Ask McGehee

Yes, a lynching took place on the southeast corner of Church and St. Emanuel streets (when those two streets used to intersect) in the early morning hours of January 23, 1909. A group estimated at 20 to 30 masked men walked into the Mobile County Jail on Church Street shortly after midnight and left with Richard Roberson. His body was found hanging from a tree soon after.

Witnesses said that the crowd carried Roberson from the jail, and he made no sound or attempt to break free. According to a newspaper account, when he was dropped to the ground he began to cry out loudly and struggle until three shots rang out. A rope was placed around his neck, and his body was hoisted up. His killers quickly dispersed into the darkness.

In the Dark of the Night

The horrific event took place in a prosperous neighborhood adjoining the city’s oldest Episcopal church. Several residents awoke to the sound of the man’s screams and the gunfire and called the police.

The dead man was being held for the murder of a young deputy sheriff named Phillip Fatch and the wounding of his partner. Roberson, a carpenter, had been part of a construction crew building a house on Lawrence Street when he got into a fistfight with one of the plumbers who swore out a warrant against Roberson for assault and battery. Two deputies were sent to arrest Roberson, who opened fire on them as they approached the house. Fatch was fatally shot and his partner wounded.

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The deputies managed to wound the carpenter, who fled out a back door and scrambled over a fence where a pair of policemen, drawn by the 22 gunshots, promptly arrested him. After being treated in the jail’s hospital, Roberson was assigned to a jail cell.  

As the day progressed, rumors about an impending lynching were rampant. Attorney James H. Webb later testified that he warned Sheriff Frank Cazalas Sr. about the likelihood of mob violence and a lynching, but to no avail. Webb left the building and commented to a friend, “They are going to lynch that man as sure as a gun is iron.”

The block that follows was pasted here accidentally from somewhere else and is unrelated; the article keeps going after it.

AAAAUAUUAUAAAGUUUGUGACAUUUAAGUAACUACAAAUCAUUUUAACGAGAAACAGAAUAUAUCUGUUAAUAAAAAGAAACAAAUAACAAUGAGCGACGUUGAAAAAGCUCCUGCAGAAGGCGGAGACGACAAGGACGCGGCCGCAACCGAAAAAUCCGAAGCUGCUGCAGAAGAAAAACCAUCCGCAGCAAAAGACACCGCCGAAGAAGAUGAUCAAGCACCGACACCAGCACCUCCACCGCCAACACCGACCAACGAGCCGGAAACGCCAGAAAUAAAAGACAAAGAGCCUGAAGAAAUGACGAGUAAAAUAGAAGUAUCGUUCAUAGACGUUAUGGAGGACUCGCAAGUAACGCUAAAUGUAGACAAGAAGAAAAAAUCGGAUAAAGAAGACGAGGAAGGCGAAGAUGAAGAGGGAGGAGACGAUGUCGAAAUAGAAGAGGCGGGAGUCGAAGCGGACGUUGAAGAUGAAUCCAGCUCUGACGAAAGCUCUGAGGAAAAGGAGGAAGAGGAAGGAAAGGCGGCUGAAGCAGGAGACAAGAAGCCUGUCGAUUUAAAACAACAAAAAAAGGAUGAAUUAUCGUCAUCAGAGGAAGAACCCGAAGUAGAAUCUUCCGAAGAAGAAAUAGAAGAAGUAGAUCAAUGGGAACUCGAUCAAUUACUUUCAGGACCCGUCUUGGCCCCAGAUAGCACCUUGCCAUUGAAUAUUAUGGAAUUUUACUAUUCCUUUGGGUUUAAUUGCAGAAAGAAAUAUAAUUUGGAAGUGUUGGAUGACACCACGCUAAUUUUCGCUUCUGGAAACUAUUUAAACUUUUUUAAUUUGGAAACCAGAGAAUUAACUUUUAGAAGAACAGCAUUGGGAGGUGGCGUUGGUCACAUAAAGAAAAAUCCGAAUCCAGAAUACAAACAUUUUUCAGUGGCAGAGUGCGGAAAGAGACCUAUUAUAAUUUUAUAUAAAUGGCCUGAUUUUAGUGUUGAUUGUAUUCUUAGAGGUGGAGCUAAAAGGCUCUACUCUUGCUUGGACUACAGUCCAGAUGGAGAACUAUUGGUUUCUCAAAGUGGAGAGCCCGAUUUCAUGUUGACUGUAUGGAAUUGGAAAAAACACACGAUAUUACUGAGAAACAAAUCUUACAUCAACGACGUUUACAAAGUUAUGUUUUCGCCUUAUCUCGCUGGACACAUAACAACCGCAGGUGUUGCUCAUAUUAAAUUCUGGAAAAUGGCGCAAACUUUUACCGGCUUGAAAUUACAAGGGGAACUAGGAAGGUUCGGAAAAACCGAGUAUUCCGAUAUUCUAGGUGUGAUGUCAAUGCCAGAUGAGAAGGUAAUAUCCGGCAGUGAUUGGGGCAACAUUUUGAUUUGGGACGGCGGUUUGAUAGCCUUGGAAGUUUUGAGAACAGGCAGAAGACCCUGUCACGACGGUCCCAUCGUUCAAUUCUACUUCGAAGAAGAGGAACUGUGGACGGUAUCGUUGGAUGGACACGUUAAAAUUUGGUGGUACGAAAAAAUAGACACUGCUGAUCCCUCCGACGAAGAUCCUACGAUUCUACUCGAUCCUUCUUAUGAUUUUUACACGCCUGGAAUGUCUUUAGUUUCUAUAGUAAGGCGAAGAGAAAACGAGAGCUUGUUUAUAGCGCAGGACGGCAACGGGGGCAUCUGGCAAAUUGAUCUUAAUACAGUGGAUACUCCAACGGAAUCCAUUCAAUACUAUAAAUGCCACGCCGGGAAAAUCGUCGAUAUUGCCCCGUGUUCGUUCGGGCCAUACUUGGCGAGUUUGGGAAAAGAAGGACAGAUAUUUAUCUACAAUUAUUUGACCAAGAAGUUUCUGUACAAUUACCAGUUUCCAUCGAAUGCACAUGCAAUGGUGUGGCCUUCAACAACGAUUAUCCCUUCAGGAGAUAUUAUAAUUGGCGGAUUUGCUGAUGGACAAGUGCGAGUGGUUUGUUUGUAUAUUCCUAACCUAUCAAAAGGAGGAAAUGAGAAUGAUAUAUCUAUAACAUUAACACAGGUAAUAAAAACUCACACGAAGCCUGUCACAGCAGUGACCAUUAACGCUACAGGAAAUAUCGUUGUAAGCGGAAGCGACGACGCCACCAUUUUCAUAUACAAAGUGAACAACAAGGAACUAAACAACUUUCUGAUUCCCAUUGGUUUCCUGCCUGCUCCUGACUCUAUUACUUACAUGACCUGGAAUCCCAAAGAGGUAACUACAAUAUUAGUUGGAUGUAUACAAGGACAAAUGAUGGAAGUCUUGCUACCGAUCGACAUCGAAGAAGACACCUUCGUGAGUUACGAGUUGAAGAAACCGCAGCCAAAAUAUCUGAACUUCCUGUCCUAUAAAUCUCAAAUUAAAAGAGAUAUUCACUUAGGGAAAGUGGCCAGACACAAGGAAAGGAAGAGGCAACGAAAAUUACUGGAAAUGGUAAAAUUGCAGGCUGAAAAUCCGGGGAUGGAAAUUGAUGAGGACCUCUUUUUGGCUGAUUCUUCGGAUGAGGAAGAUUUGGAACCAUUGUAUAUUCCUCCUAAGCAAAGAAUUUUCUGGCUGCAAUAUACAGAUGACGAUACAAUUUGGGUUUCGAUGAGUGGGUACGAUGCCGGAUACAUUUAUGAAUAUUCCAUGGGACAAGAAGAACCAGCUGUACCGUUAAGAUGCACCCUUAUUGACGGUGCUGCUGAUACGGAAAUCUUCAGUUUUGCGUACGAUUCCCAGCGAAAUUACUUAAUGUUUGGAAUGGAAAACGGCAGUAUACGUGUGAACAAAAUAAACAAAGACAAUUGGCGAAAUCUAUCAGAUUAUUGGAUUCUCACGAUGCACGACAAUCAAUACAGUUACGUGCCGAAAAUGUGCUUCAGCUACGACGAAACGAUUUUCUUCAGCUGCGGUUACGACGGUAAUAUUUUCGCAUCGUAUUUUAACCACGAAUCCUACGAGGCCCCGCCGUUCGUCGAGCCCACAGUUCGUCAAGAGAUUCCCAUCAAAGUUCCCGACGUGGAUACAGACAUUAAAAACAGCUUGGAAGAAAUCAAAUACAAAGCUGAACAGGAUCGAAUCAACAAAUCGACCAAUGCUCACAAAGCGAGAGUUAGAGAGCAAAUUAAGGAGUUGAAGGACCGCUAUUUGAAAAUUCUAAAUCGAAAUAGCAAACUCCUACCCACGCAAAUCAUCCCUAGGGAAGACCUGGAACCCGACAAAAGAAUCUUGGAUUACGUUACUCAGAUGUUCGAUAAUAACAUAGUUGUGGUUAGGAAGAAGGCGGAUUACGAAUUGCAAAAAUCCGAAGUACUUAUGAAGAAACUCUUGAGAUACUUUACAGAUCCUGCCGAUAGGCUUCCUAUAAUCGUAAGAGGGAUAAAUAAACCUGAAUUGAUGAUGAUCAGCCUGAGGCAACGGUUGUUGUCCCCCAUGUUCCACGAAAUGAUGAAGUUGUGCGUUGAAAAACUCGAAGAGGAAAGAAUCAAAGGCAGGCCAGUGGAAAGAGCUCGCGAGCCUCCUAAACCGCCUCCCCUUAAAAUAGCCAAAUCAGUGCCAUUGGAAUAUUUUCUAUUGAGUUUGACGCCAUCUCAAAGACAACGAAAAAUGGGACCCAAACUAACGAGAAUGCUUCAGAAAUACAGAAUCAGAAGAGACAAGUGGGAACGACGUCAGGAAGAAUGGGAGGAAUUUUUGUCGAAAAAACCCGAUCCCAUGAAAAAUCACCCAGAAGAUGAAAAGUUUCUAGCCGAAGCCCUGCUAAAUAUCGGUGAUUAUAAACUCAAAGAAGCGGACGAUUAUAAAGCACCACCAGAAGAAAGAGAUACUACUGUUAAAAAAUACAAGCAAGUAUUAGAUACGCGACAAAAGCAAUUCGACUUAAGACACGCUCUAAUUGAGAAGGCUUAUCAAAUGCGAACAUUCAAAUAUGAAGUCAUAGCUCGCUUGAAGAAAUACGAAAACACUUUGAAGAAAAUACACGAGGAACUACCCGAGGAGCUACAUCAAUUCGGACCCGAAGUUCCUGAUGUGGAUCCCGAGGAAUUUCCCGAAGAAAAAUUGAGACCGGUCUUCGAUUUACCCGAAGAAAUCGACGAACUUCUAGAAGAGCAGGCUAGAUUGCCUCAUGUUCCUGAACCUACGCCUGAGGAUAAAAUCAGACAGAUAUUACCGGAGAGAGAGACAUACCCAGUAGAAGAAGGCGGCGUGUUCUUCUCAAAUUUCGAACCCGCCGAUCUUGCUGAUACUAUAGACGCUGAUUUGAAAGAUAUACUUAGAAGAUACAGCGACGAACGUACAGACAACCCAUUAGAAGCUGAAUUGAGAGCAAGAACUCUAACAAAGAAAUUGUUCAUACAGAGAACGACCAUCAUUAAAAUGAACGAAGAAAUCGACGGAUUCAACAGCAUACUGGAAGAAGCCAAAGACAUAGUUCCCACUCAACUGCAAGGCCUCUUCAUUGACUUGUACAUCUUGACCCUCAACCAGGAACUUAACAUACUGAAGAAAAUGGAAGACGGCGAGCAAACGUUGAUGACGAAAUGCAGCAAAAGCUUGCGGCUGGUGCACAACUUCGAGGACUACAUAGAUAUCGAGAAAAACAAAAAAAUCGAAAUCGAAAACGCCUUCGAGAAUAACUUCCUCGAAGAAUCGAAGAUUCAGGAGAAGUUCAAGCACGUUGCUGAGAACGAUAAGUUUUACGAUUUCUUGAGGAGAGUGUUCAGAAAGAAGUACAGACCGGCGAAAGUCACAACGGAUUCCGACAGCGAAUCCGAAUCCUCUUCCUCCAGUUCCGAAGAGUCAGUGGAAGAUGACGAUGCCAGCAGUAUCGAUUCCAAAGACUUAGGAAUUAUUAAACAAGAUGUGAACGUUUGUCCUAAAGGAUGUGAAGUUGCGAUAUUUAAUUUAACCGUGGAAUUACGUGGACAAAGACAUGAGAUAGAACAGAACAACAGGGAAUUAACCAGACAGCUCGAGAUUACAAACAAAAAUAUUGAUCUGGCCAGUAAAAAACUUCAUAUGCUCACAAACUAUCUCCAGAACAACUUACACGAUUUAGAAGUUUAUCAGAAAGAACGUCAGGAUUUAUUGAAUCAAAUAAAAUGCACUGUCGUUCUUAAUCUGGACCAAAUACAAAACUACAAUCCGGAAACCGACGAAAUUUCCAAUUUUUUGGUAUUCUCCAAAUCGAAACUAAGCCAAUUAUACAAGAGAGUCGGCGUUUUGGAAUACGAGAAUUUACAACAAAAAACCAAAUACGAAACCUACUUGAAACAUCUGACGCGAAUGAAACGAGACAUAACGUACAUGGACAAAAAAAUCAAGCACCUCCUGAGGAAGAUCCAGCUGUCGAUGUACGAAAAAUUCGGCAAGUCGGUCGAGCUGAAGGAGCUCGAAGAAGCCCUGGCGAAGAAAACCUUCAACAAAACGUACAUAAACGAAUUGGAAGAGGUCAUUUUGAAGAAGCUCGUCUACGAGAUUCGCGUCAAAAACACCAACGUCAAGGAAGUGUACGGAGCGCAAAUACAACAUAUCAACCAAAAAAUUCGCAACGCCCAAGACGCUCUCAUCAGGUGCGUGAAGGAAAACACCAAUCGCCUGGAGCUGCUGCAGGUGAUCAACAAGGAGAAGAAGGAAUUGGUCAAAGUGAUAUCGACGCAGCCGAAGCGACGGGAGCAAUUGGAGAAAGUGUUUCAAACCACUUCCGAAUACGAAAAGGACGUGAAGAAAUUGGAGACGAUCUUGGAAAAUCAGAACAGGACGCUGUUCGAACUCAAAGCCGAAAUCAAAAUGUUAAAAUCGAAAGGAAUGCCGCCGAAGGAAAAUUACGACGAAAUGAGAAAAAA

That evening, Cazalas left for home as if it were any other night. He made no special attempt to increase security or make any precaution against a violent mob. Curious crowds gathered around the building as darkness fell, and witnesses recalled seeing a group of men “keeping in the shadows, seldom showing in well-lighted spaces.”

Around midnight, those men, pistols in hand, entered the jail and told the two jailers to put up their hands, hand over the keys and stay away from the telephone. They retrieved Roberson from his cell and carried him out to his cruel fate.

A Lynching that Made a Difference

While Mobilians were accustomed to reading about horrific lynchings around the South in 1909, the idea that the newly built jail could not keep out a mob and that such a thing could happen in front of a church outraged many of Mobile’s citizens. Several of the city’s ministers took to their pulpits to condemn the event as well as vigilante violence in general. A group of local attorneys pressured the mayor to start an investigation and demanded that Governor Braxton Bragg “B.B.” Comer impeach the sheriff. Money was raised for a reward leading to the conviction of those responsible. 

One of those attorneys, William H. Armbrecht Sr., took things even further by bringing in federal authorities. This was a first; up until this time, lynchings were considered a state rather than a federal matter. Armbrecht also involved the U. S. Postal Service, asking them to investigate hate mail believed to have been written by the killers.

The resulting trial in the Alabama Supreme Court revealed that the newly completed county jail was indeed well built and equipped to keep out any sort of a mob. Witnesses testified that Cazalas had received numerous warnings of an impending lynching but did not act. As one justice stated, “The law is severe and the evil it is intended to correct demands strenuous measures of protection.” The justices ruled 5 to 2 that the sheriff had been willfully negligent in his duty and ordered him removed from office.

Within a year, rumors of a potential lynching of a county inmate ended very differently. When a group of masked men approached the jail, they were met by heavily armed sheriff’s deputies, who kept their prisoner safe for trial. No prisoner in a Mobile jail was ever again taken by a mob.

This is not to say that Mobile was free of this evil, however. In 1981, Michael Donald, an 18-year-old who had simply been walking down the street after dark, was abducted by Klansmen. His was the last recorded lynching in the United States, and the subsequent trial resulted in the execution of one of those responsible and the bankruptcy of the United Klans of America. Herndon Avenue in Mobile, on which the crime took place, was renamed Michael Donald Avenue in 2006.

Text by Tom McGehee

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